9th September, 2015

The Control of Vibration at Work Regulations enforce two exposure values for vibration at work, one of which, the Exposure Limit Value, must not be exceeded. But how do we calculate our vibration exposure at work?

The Control of Vibration at Work Regulations were introduced with the purpose of making sure that workers did not suffer ill health due to exposure to vibration at work.

The regulations set an exposure limit value (ELV) of 5m/s²A(8), which must not be exceeded.

Does this mean, that if a tool has a vibration output of 10m/s² it cannot be used as it exceeds 5m/s²?

After all, employers must not allow exposures to exceed the ELV.

Well, actually the A(8) part of the ELV is important, it means average over 8 hours. The 10m/s² tool can be used, but not for a full 8 hours.

So could it be used for half the time - 4 hours? After all, it is double the ELV.

No, this is not correct either!

As you can see, calculating the ELV in real life situations is not a straightforward as you might hope.

**Pssst... at this point you can cheat and use our free havs calculator (we won't tell anyone!).**

Don't despair, once you get your head around the maths you will know exactly when to stop drilling, sanding, cutting, or whatever other activity it is that is exposing you to vibration at work.

One of the easiest ways is a points-based system. This system is used by the HSE to help calculate exposure.

In this example 400 points are the same as our ELV of 5m/s²A(8).

All you need to remember is, 400 points is your maximum exposure, and it can't be exceeded each day.

Now, we need to give each tool a number of points per hour. This is how many points you use up for each hour on the tool.

The maths that we have to use to give our tool the correct amount of points is its vibration output squared and then doubled. It looks simpler written like this...

**(Output x Output) x 2 = Points**

Ok, let's look at our 10m/s² tool.

(10 x 10) x 2 = **200**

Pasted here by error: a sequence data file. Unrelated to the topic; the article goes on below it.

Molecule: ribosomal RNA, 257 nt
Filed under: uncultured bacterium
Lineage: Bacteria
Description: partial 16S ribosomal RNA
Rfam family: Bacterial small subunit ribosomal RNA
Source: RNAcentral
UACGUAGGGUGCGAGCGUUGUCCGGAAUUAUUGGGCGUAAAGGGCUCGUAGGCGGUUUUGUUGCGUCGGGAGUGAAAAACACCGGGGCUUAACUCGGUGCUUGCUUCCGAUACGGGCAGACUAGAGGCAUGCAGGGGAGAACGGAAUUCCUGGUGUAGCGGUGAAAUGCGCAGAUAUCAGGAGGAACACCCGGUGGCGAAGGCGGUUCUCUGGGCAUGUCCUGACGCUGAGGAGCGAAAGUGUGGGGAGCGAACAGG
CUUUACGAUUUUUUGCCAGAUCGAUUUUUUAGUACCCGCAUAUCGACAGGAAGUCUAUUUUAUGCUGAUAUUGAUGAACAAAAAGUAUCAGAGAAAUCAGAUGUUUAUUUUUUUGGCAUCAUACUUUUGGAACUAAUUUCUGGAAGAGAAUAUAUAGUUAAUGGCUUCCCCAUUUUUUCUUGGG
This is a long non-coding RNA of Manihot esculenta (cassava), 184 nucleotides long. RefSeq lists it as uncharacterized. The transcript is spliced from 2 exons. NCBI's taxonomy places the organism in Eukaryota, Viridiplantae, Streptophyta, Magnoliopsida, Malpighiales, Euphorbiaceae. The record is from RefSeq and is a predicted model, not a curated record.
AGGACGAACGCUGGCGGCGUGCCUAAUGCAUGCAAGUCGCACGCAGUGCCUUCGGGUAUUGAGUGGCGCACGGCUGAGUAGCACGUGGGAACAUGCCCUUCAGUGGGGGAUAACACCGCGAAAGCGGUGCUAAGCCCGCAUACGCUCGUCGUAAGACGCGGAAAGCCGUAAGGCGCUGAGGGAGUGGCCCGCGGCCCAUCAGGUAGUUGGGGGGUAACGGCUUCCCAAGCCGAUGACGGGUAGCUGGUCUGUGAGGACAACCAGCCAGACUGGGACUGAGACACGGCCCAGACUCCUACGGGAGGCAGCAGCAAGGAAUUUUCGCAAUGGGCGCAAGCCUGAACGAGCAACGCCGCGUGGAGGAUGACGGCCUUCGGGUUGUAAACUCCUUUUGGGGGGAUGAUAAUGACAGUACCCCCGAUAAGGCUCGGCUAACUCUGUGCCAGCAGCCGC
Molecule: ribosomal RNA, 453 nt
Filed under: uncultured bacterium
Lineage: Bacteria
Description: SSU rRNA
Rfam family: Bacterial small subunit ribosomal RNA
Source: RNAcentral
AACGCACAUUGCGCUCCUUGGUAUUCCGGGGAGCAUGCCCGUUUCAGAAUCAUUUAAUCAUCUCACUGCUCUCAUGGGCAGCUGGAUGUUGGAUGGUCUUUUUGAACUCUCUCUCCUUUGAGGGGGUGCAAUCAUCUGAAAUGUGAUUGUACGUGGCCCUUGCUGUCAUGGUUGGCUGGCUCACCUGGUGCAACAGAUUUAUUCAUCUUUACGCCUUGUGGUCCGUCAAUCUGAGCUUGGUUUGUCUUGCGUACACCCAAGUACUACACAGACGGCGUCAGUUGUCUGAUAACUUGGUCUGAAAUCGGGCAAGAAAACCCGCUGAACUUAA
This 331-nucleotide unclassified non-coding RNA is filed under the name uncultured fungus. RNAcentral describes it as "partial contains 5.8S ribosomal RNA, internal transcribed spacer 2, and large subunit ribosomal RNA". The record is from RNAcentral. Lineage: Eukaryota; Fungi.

So thats 200 points per hour when using our 10m/s² tool.

We know we only have 400 points per day, so if we divide our 400 points by the points per hour, this tells us how long we can use the tool for.

400 / 200 = **2**

2 hours. Once this time is up, you have used up all your vibration points, and you can't be exposed to any more vibration that day, from this or any other tool.

Ok, let's look at one more example.

In this example we will go for an Angle Grinder, I've looked up the vibration output of a well known brands latest model, and it gives 7.5m/s².

How long could this tool be used for before reaching the ELV, which is the maximum amount of exposure legally allowed under the Control of Vibration at Work Regulations?

Why not give it a go yourself using the example above before looking at the answer below.

What did you get?

Here's the worked through maths step by step.

First we get the points per hour:

(7.5 x 7.5) x 2 = **112.5**

So we use up 112.5 points for every hour on the tool.

Then we divide the total allowed points (400) by the points per hour.

400 / 112.5 = **3.5555555**

So we know that after 3 and a half hours (3 hours and 33 minutes to be exact) you have reached the exposure limit value (ELV).

One last maths trick, if your wondering how we get the 33 minutes.

First remove the 3 hours... so you just have your minute value which is 0.555555 in this example, then multiply this by 60 to get the amount of minutes. In this case 33 (ignore the decimals to work in whole minutes).

Phew, if you followed this post all the way to the end, well done!

Don't forget, the other value set by the Control of Vibration at Work Regulations is the Exposure Action Value.

Learn how to control vibration, avoid hand arm vibration syndrome, and stay within the legal limits. Find out more and get your certificate.

HAVS Awareness CourseThere are two exposure limits when it comes to HAVS, and these are legal limits as to the amount of vibration you can be in contact with on a daily basis. These limits are defined in the Control of Vibration at Work Regulations, the exposure limit value (ELV) and the exposure action value (EAV).

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